It’s coffee hour on a summer Sunday—that time
after the worship service when we drink coffee or lemonade and chat
about the weather, the week’s news or, if it’s memorable, the sermon.
Whatever we’re talking about, we’re often aware of the self-conscious
nudge to keep up appearances, to be OK whether we are ... or not. This
is, after all, church. And what will “they” think?
The laughter of children drifts in from outside. One boy, maybe 6 years old, runs into the fellowship hall looking for his mother—his face is flush, his hair supercharged, his pants grass-stained. His mother hides her irritation with skill, but not without effort, “What on Earth?”
“I just needed to tell you I made a new friend,” the boy reports, and with a quick hug he’s out the door again. Sympathetic onlookers shake their heads, thankful that their days of dealing with such shenanigans are over. They return to their conversations. Most didn’t notice that one of their own, he long past 60, snuck out the back door to join the game of hide-and-seek on the church lawn.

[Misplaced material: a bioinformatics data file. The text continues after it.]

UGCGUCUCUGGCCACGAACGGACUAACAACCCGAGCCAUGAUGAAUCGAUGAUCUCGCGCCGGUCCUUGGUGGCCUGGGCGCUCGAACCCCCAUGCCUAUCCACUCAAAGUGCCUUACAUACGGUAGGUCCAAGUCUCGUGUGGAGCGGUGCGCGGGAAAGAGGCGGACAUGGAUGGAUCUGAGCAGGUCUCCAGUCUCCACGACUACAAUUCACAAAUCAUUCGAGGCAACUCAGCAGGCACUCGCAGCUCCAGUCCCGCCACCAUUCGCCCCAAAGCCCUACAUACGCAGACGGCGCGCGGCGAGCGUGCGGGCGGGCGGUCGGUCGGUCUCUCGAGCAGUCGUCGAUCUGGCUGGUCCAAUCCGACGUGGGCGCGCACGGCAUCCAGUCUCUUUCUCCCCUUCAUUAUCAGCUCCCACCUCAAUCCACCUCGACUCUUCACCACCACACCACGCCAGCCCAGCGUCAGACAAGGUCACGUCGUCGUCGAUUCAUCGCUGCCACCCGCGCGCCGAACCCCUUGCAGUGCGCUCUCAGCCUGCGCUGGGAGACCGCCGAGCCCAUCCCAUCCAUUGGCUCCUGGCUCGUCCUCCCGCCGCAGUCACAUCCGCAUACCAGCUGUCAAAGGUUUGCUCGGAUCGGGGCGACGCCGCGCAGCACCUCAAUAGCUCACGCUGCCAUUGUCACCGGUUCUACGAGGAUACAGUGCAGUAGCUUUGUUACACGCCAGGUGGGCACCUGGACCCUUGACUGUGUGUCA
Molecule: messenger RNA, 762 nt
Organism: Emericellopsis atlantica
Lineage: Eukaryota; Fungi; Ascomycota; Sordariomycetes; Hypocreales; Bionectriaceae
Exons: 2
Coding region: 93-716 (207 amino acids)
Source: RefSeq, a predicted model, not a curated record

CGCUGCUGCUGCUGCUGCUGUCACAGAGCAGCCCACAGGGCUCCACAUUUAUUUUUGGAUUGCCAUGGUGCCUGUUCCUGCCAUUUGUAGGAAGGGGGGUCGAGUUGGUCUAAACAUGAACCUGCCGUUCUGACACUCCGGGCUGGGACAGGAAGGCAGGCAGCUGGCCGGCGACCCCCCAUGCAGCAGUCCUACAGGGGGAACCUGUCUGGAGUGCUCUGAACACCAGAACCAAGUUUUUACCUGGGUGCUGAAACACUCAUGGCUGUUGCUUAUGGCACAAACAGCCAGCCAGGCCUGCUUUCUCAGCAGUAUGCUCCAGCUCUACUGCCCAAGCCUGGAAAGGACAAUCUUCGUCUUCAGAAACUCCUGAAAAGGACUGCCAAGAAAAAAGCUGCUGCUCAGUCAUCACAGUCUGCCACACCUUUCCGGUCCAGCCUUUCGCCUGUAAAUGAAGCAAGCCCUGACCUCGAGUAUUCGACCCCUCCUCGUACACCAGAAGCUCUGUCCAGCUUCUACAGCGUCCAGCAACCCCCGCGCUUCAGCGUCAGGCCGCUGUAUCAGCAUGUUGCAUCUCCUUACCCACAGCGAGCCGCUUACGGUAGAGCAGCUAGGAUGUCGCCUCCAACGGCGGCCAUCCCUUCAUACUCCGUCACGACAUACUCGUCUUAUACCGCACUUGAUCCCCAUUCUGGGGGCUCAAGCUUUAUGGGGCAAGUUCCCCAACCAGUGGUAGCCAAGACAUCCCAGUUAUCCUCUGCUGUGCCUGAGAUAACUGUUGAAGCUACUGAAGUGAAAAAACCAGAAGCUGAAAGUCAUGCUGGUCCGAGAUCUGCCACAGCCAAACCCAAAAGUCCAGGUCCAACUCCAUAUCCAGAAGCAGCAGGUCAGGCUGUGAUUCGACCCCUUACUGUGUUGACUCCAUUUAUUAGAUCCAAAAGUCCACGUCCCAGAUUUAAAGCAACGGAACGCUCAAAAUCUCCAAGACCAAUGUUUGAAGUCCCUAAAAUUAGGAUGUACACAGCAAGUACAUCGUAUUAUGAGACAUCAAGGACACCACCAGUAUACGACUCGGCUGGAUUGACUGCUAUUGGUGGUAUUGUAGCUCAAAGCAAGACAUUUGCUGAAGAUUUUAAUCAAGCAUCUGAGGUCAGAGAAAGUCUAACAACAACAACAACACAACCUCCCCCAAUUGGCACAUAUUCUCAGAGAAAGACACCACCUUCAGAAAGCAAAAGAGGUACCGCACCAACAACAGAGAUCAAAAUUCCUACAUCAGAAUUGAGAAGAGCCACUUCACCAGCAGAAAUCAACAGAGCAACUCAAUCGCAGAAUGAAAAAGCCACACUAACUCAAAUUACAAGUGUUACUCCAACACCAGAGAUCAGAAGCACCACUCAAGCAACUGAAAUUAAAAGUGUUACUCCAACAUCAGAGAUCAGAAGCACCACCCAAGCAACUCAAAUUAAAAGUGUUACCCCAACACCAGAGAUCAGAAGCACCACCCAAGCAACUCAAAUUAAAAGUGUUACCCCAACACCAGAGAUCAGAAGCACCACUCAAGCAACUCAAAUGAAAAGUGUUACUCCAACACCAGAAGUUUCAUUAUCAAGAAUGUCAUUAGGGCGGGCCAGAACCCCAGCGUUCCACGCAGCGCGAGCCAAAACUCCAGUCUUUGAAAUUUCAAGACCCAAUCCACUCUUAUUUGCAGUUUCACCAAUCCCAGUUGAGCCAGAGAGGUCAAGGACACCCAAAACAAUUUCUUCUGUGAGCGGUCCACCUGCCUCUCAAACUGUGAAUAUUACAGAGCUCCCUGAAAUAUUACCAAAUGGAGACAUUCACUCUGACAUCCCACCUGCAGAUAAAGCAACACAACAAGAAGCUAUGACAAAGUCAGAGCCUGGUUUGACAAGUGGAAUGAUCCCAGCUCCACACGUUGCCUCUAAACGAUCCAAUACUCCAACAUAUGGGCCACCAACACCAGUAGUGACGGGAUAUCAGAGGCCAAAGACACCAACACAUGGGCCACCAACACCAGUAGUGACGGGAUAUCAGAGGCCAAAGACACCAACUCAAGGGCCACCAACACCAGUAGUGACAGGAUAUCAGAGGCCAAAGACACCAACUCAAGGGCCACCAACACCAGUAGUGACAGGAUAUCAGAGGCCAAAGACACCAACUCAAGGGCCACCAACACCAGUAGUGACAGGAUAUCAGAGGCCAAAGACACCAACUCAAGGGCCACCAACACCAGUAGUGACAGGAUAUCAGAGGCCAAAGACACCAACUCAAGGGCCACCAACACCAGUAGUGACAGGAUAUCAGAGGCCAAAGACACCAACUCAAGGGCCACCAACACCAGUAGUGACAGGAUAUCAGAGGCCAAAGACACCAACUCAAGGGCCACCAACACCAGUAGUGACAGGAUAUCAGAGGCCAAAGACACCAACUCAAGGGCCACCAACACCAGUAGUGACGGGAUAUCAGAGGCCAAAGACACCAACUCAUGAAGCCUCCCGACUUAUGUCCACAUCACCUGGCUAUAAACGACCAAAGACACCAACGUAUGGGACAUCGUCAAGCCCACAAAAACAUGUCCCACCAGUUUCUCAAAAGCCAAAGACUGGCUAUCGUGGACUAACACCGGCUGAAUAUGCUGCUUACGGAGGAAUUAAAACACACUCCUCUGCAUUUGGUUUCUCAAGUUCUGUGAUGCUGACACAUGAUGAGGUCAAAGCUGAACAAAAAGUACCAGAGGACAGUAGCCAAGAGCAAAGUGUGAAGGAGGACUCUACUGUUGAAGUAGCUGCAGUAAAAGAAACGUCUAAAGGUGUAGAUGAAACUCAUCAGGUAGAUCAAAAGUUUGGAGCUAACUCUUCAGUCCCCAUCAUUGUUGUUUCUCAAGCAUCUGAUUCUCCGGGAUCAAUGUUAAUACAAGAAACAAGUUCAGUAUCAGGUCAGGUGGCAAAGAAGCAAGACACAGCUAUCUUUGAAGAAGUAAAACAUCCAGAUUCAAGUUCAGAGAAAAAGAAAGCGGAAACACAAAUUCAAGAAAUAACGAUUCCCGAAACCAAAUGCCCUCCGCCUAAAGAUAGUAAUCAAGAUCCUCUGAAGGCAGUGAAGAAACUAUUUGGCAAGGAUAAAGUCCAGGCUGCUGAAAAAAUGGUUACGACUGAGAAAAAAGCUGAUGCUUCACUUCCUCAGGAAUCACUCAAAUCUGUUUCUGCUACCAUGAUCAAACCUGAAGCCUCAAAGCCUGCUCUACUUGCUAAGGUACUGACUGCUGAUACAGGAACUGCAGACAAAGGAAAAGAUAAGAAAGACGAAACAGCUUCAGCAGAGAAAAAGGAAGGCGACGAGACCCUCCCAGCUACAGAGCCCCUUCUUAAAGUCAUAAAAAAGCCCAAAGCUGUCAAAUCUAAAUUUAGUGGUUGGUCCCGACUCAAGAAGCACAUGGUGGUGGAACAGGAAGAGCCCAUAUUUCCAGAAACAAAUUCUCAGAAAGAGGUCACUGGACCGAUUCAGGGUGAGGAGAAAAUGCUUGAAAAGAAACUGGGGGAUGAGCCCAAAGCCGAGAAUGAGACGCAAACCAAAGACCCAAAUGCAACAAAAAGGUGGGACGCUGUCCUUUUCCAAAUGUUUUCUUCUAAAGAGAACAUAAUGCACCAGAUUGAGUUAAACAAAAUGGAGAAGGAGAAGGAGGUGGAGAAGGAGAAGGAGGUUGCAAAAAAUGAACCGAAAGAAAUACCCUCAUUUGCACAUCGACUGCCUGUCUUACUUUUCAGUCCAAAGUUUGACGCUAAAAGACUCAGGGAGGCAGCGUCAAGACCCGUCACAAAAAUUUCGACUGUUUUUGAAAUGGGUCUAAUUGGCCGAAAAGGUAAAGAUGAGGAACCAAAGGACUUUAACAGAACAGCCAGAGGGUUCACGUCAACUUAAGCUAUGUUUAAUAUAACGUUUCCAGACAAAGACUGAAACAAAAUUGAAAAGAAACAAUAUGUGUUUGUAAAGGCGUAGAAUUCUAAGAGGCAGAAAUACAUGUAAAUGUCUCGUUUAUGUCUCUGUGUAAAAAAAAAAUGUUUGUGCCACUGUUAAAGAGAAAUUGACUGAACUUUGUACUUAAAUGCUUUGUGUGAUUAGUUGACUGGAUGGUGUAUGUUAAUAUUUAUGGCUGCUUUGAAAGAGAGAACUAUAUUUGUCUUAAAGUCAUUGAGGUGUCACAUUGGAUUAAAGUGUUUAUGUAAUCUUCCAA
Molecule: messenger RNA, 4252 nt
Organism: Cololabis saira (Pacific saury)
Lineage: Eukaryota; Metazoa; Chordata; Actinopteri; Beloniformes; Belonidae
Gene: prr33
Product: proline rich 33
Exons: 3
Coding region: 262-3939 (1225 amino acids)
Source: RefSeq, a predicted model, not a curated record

Essayist Scott Russell Sanders observed: “For the enlightened few, the world is always lit” (A Private History of Awe, North Point Press, 2006; available from www.amazon.com). That’s another way of saying that the requirement for enlightenment is to live like a kid. Why?
Because children approach each day, not from the need to dominate or defeat or prove anything but from respect. They see God incognito in the everyday stuff of life because they have the freedom to receive. To live playfully. To squeal under the spell of simple pleasures.
The rest of this article is only available to subscribers.
© 2013 Augsburg Fortress, Publishers